On January 11, 2008, head of the Egyptian Company of Sound and Light, Sameh Saad, announced that Prisme International will manage the Giza pyramids for 20 years, provided that it would develop the area and pump $ 50 million. The reports were based on a 2015 agreement that was signed between the state-run Egyptian Company of Light and Sound (ECLS), currently assigned to operate night shows at the Giza Pyramids, and an Emirati company called Prisme International. Sameh Saad said, “The 2015 agreement stipulated that Prisme International will be responsible for the upgrading process of the lighting and sound systems used to operate the night shows at the Giza Pyramids. It will also share profits of the show with the ECLS for 20 years [but] this does not mean that it will administrate the Giza Pyramids.” However, Saad noted that Prisme international UAE is now under the administration of the Egyptian company Orascom that is owned by Egyptian business tycoon Naguib Sawiris, adding that Orascom has the majority of shares of Prisme international UAE, meaning that the deal was made between two Egyptian companies. “The partnership is now with an Egyptian company not Emirati company. The agreement has now been activated after the company was subjected to Egyptian administration, and in both cases, the company is not administrating. It only develops sound and light techniques and will operate them for 20 years under the supervision of the Egyptian Company of Light and Sound. Both companies will share the profits,” Saad added.

 Fourth: Egypt’s monuments sold in public auctions

On October 9, 2013,”Beydon” an Israeli website specializing in e-marketing advertised original Egyptian antiques at various prices. Among the antiquities exhibited were a set of bronze statues of Osiris dating back to 342 BC, and a beaded mask that dates back to the year 1650 BC, as well as other precious antiquities.

Although a statement by the Egyptian Ministry of Antiquities announced that the ministry would move on the international level immediately after the exhibition, however, none mentioned how these monuments were smuggled out of Egypt. On 20 November, Minister of Antiquities Dr. Khaled Anani declared in Parliament that he and his ministry were able to restore two artifacts from Israel, the first of its kind since 1996, although the Jerusalem auction offered to sell 126 pharaonic artifacts!!

More recently, on March 25, 2018, Al-Shorouq reported a story titled: “In Pictures: 27 Rare Egyptian Antiquities Sold in Public Auction in New York”, revealing that 27 pieces of unique Egyptian antiquities would be sold at auction on 18 April 2018. Christie’s website also announced that “it is auctioning off 27 Ancient Egyptian artifacts in New York on April 18. The website said that the pieces on display included a rare statue of Sekhem-ankh-Ptah, an ancient Egyptian high official who lived during the Old Kingdom period (2389-2255 B.C.), as well as mummy masks from the Roman period. Some pieces of Egyptian antiquities for sale at this auction was estimated at more than one million and 500 thousand US dollars!!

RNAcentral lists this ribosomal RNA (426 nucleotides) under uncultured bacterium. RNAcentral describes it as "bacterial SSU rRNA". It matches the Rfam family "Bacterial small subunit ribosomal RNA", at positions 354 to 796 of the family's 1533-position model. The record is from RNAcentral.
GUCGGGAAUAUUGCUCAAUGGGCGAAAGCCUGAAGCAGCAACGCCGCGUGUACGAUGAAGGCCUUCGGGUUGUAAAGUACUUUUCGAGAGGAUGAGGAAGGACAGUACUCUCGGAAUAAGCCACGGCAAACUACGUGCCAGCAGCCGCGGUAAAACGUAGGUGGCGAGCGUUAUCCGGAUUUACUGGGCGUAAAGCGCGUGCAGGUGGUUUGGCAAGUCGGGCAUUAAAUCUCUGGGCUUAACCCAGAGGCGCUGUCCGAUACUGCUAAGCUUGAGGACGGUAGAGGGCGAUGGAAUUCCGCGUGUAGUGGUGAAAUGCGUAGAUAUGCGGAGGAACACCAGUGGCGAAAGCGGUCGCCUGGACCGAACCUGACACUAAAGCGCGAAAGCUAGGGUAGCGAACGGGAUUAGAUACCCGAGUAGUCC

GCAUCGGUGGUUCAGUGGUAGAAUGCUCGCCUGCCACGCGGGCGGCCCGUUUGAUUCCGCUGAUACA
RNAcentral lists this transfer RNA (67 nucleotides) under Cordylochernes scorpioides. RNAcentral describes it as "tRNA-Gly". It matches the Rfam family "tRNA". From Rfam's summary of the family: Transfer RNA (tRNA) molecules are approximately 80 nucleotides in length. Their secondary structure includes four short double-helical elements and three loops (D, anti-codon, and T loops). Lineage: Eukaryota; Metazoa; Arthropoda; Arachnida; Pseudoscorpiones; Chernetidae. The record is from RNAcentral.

However, Shaaban Abdel-Gawad, the Supervisor General of the Antiquities Repatriation Department within the Egyptian Ministry of Antiquities, only told the press shamelessly that his ministry is aware that these pieces will be auctioned off in New York on April 18! The official said that his ministry was verifying the ownership documents of these pieces in order to ascertain the way they were taken out of Egypt. This raises suspicions around the ministry officials – who still seek to justify continuation of these auctions and smuggling of Egypt’s antiques.


The aforementioned presentation shows some of the repercussions of the military coup of July 3, 2013 on Egypt’s antiquities, which represents the country’s history and civilization, and provides foreign currency revenues that have a profound impact on our staggering economy. These repercussions included escalating rates of thefts, turning a blind eye on Egyptian monuments that are smuggled out of the country to be sold publicly in global auctions, and renting Egypt’s historic sites to regional supporters of the military coup.